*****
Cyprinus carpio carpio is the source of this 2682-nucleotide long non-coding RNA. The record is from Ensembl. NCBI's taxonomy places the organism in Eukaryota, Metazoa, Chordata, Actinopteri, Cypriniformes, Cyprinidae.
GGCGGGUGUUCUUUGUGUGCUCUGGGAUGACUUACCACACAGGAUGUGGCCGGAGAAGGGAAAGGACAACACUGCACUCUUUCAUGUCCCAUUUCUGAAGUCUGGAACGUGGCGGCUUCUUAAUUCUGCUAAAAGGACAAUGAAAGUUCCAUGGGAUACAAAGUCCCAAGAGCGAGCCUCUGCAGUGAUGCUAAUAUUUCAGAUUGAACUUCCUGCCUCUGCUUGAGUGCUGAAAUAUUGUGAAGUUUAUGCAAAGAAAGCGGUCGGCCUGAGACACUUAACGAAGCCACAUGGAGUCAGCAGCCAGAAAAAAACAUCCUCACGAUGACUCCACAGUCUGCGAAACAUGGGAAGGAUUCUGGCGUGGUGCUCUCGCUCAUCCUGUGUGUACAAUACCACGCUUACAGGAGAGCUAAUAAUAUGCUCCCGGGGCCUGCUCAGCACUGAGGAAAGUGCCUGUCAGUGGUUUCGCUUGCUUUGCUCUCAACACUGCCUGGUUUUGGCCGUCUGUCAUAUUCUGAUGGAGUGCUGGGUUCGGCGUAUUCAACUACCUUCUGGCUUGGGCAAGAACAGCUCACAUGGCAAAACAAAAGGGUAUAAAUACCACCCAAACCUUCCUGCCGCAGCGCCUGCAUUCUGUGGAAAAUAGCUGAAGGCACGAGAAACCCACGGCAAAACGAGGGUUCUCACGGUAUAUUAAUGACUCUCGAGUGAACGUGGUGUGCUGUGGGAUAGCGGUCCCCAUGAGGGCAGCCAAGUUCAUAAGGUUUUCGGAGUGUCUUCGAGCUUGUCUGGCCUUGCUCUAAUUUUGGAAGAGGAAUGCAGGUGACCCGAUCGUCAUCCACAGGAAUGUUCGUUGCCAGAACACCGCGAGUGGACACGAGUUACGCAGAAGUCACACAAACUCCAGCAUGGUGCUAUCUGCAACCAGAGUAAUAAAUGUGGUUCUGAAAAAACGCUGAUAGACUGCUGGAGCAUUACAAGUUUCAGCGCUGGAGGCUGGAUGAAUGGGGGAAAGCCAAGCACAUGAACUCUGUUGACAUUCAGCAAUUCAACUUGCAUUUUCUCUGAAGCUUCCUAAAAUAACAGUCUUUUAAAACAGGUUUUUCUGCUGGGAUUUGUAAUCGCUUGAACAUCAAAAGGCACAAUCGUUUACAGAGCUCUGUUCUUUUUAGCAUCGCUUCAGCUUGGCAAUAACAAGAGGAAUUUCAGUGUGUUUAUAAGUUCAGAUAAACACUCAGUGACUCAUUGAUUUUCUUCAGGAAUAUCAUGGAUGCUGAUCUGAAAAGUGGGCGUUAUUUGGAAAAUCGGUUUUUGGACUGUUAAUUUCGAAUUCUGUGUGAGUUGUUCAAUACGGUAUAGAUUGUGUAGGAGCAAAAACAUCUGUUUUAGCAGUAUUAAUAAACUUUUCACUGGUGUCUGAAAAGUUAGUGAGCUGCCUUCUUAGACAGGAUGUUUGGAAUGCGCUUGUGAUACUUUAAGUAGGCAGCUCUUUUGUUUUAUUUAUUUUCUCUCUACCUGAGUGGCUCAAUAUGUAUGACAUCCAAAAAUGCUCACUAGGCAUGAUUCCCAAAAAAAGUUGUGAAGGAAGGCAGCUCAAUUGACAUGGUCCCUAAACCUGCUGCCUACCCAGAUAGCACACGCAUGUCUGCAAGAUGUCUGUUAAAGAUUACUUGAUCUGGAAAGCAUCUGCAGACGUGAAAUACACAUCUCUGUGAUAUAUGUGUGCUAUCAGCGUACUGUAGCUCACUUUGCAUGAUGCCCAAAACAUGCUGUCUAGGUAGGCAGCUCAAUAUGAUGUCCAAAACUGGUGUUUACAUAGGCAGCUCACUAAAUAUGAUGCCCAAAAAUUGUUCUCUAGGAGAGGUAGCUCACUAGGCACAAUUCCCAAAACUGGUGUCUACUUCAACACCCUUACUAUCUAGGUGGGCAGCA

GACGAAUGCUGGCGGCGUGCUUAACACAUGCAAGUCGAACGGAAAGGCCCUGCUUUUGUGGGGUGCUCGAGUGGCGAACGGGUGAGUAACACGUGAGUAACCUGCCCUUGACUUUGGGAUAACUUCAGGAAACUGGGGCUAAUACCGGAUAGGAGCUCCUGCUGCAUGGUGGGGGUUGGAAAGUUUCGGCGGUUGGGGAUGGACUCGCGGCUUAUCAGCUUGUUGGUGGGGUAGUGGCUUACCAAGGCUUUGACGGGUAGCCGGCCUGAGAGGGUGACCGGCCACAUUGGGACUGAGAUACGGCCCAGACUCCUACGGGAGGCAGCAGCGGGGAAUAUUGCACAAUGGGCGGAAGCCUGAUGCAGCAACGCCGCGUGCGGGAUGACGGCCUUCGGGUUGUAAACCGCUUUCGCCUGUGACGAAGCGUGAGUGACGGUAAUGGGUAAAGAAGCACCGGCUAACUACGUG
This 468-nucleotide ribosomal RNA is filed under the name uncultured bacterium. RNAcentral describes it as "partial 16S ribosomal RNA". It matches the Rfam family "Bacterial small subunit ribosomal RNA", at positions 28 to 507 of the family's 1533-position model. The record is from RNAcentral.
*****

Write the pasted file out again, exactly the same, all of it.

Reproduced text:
Cyprinus carpio carpio is the source of this 2682-nucleotide long non-coding RNA. The record is from Ensembl. NCBI's taxonomy places the organism in Eukaryota, Metazoa, Chordata, Actinopteri, Cypriniformes, Cyprinidae.
GGCGGGUGUUCUUUGUGUGCUCUGGGAUGACUUACCACACAGGAUGUGGCCGGAGAAGGGAAAGGACAACACUGCACUCUUUCAUGUCCCAUUUCUGAAGUCUGGAACGUGGCGGCUUCUUAAUUCUGCUAAAAGGACAAUGAAAGUUCCAUGGGAUACAAAGUCCCAAGAGCGAGCCUCUGCAGUGAUGCUAAUAUUUCAGAUUGAACUUCCUGCCUCUGCUUGAGUGCUGAAAUAUUGUGAAGUUUAUGCAAAGAAAGCGGUCGGCCUGAGACACUUAACGAAGCCACAUGGAGUCAGCAGCCAGAAAAAAACAUCCUCACGAUGACUCCACAGUCUGCGAAACAUGGGAAGGAUUCUGGCGUGGUGCUCUCGCUCAUCCUGUGUGUACAAUACCACGCUUACAGGAGAGCUAAUAAUAUGCUCCCGGGGCCUGCUCAGCACUGAGGAAAGUGCCUGUCAGUGGUUUCGCUUGCUUUGCUCUCAACACUGCCUGGUUUUGGCCGUCUGUCAUAUUCUGAUGGAGUGCUGGGUUCGGCGUAUUCAACUACCUUCUGGCUUGGGCAAGAACAGCUCACAUGGCAAAACAAAAGGGUAUAAAUACCACCCAAACCUUCCUGCCGCAGCGCCUGCAUUCUGUGGAAAAUAGCUGAAGGCACGAGAAACCCACGGCAAAACGAGGGUUCUCACGGUAUAUUAAUGACUCUCGAGUGAACGUGGUGUGCUGUGGGAUAGCGGUCCCCAUGAGGGCAGCCAAGUUCAUAAGGUUUUCGGAGUGUCUUCGAGCUUGUCUGGCCUUGCUCUAAUUUUGGAAGAGGAAUGCAGGUGACCCGAUCGUCAUCCACAGGAAUGUUCGUUGCCAGAACACCGCGAGUGGACACGAGUUACGCAGAAGUCACACAAACUCCAGCAUGGUGCUAUCUGCAACCAGAGUAAUAAAUGUGGUUCUGAAAAAACGCUGAUAGACUGCUGGAGCAUUACAAGUUUCAGCGCUGGAGGCUGGAUGAAUGGGGGAAAGCCAAGCACAUGAACUCUGUUGACAUUCAGCAAUUCAACUUGCAUUUUCUCUGAAGCUUCCUAAAAUAACAGUCUUUUAAAACAGGUUUUUCUGCUGGGAUUUGUAAUCGCUUGAACAUCAAAAGGCACAAUCGUUUACAGAGCUCUGUUCUUUUUAGCAUCGCUUCAGCUUGGCAAUAACAAGAGGAAUUUCAGUGUGUUUAUAAGUUCAGAUAAACACUCAGUGACUCAUUGAUUUUCUUCAGGAAUAUCAUGGAUGCUGAUCUGAAAAGUGGGCGUUAUUUGGAAAAUCGGUUUUUGGACUGUUAAUUUCGAAUUCUGUGUGAGUUGUUCAAUACGGUAUAGAUUGUGUAGGAGCAAAAACAUCUGUUUUAGCAGUAUUAAUAAACUUUUCACUGGUGUCUGAAAAGUUAGUGAGCUGCCUUCUUAGACAGGAUGUUUGGAAUGCGCUUGUGAUACUUUAAGUAGGCAGCUCUUUUGUUUUAUUUAUUUUCUCUCUACCUGAGUGGCUCAAUAUGUAUGACAUCCAAAAAUGCUCACUAGGCAUGAUUCCCAAAAAAAGUUGUGAAGGAAGGCAGCUCAAUUGACAUGGUCCCUAAACCUGCUGCCUACCCAGAUAGCACACGCAUGUCUGCAAGAUGUCUGUUAAAGAUUACUUGAUCUGGAAAGCAUCUGCAGACGUGAAAUACACAUCUCUGUGAUAUAUGUGUGCUAUCAGCGUACUGUAGCUCACUUUGCAUGAUGCCCAAAACAUGCUGUCUAGGUAGGCAGCUCAAUAUGAUGUCCAAAACUGGUGUUUACAUAGGCAGCUCACUAAAUAUGAUGCCCAAAAAUUGUUCUCUAGGAGAGGUAGCUCACUAGGCACAAUUCCCAAAACUGGUGUCUACUUCAACACCCUUACUAUCUAGGUGGGCAGCA

GACGAAUGCUGGCGGCGUGCUUAACACAUGCAAGUCGAACGGAAAGGCCCUGCUUUUGUGGGGUGCUCGAGUGGCGAACGGGUGAGUAACACGUGAGUAACCUGCCCUUGACUUUGGGAUAACUUCAGGAAACUGGGGCUAAUACCGGAUAGGAGCUCCUGCUGCAUGGUGGGGGUUGGAAAGUUUCGGCGGUUGGGGAUGGACUCGCGGCUUAUCAGCUUGUUGGUGGGGUAGUGGCUUACCAAGGCUUUGACGGGUAGCCGGCCUGAGAGGGUGACCGGCCACAUUGGGACUGAGAUACGGCCCAGACUCCUACGGGAGGCAGCAGCGGGGAAUAUUGCACAAUGGGCGGAAGCCUGAUGCAGCAACGCCGCGUGCGGGAUGACGGCCUUCGGGUUGUAAACCGCUUUCGCCUGUGACGAAGCGUGAGUGACGGUAAUGGGUAAAGAAGCACCGGCUAACUACGUG
This 468-nucleotide ribosomal RNA is filed under the name uncultured bacterium. RNAcentral describes it as "partial 16S ribosomal RNA". It matches the Rfam family "Bacterial small subunit ribosomal RNA", at positions 28 to 507 of the family's 1533-position model. The record is from RNAcentral.